Additionally, sans currency effects, Merck's animal health division grew by a whopping 10%. Merck made a decision to hang onto its animal health division rather than sell it or spin it off, which may prove wise as the trend of household pets becoming members of the family could push companion animal revenue significantly higher in the coming years.
2. Gross margins are on the riseOnce again, if you didn't dig below the surface, you probably just assumed Merck's 61.6% gross margin was notoriously weaker than what you're used to from a Big Pharma company. However, Merck's gross margin was negatively affected by divestiture-related costs and restructuring costs, which knocked 13.8 percentage points off its gross margin in Q2 2015. Without these costs we're looking at a very healthy 75.4% gross margin.
Furthermore, excluding these costs from the year-ago quarter, Merck has delivered a 280 basis point improvement in its gross margin. Merck cited lower inventory write-offs as a primary reason for the improved margins, but a 2% decrease in research and development expenses compounded with its restructuring should mean a steady improvement in EPS.
3. Keytruda is rocking, but lost ground to OpdivoIn terms of Merck's future, cancer immunotherapy Keytruda, which works by supercharging the body's immune system to efficiently locate and kill cancer cells, is arguably its most important drug.
Keytruda sales officially jumped 33% from the sequential first quarter to $110 million, and very easily could top $500 million this year despite having only limited indications thus far. The real allure of Keytruda is the potential for new label indications in treating solid tumors, and this is what makes most investors believe Keytruda has multi-billion in annual sales potential.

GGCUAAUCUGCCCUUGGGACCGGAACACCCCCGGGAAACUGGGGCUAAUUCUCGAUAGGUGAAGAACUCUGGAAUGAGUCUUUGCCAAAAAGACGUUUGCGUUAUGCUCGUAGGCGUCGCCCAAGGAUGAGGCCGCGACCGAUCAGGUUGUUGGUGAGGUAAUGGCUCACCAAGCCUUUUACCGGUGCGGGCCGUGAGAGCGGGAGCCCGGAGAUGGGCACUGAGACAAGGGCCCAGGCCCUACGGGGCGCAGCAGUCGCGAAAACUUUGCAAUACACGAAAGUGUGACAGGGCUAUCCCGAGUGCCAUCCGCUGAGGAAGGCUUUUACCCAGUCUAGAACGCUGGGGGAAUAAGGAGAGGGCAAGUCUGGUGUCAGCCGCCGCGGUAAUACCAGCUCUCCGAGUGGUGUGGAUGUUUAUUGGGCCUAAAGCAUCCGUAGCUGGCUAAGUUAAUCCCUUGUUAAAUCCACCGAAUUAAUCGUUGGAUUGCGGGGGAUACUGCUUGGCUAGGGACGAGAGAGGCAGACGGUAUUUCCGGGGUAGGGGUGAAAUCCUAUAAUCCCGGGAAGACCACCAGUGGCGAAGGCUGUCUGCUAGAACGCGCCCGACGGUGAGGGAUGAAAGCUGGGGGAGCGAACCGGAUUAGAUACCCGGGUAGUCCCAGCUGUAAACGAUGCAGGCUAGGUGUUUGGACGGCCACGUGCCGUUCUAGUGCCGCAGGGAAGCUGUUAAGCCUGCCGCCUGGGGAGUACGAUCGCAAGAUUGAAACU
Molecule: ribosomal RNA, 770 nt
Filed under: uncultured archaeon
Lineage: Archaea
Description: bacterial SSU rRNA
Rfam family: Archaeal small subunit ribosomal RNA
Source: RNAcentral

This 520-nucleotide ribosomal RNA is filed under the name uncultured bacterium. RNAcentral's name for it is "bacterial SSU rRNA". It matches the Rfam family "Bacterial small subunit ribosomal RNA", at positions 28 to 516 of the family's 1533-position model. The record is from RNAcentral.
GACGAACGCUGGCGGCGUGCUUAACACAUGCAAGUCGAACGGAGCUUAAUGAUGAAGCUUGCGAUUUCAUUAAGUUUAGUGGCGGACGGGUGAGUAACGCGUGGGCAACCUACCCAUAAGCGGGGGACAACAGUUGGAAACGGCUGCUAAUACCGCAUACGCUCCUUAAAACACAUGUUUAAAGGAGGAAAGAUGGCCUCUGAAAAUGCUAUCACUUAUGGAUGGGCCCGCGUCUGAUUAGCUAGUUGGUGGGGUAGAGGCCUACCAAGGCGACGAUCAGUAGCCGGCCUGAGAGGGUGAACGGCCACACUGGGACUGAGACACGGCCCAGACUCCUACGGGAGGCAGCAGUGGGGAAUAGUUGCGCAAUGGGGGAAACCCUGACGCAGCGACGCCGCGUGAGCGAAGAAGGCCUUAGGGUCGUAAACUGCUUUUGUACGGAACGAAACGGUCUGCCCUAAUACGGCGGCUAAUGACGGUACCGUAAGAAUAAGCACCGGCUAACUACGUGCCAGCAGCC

But, the battle between Keytruda and rival immunotherapy from Bristol-Myers Squibb, Opdivo, tightened up in Q2. After more than doubling Opdivo's sales in Q1 ($83 million vs. $40 million), Opdivo surged to $107 million in U.S. sales in Q2, and $122 million in total worldwide sales. As expected, it's still too early to tell if there will be a clear winner or preference among physicians between these two anti-PD-1 immunotherapies.
4. Januvia is holding its groundOne major sigh of relief in Merck's Q2 report that you might have missed is that blockbuster diabetes drug Januvia (known as Janumet in overseas markets) is still holding its ground (and growing). In Q2, Januvia/Janumet generated $1.6 billion in sales, up 1% year-over-year, but up 9% on an apples-to-apples basis when currency fluctuations are taken out of the picture.
Following fears that a next-generation class of diabetes drugs known as SGLT-2 inhibitors might garner market share, as well as just tougher overall competition, Merck beefed up its marketing campaign on Januvia/Janumet. The campaign appears to be working well, with Merck's best-selling drug looking as if it still has legs.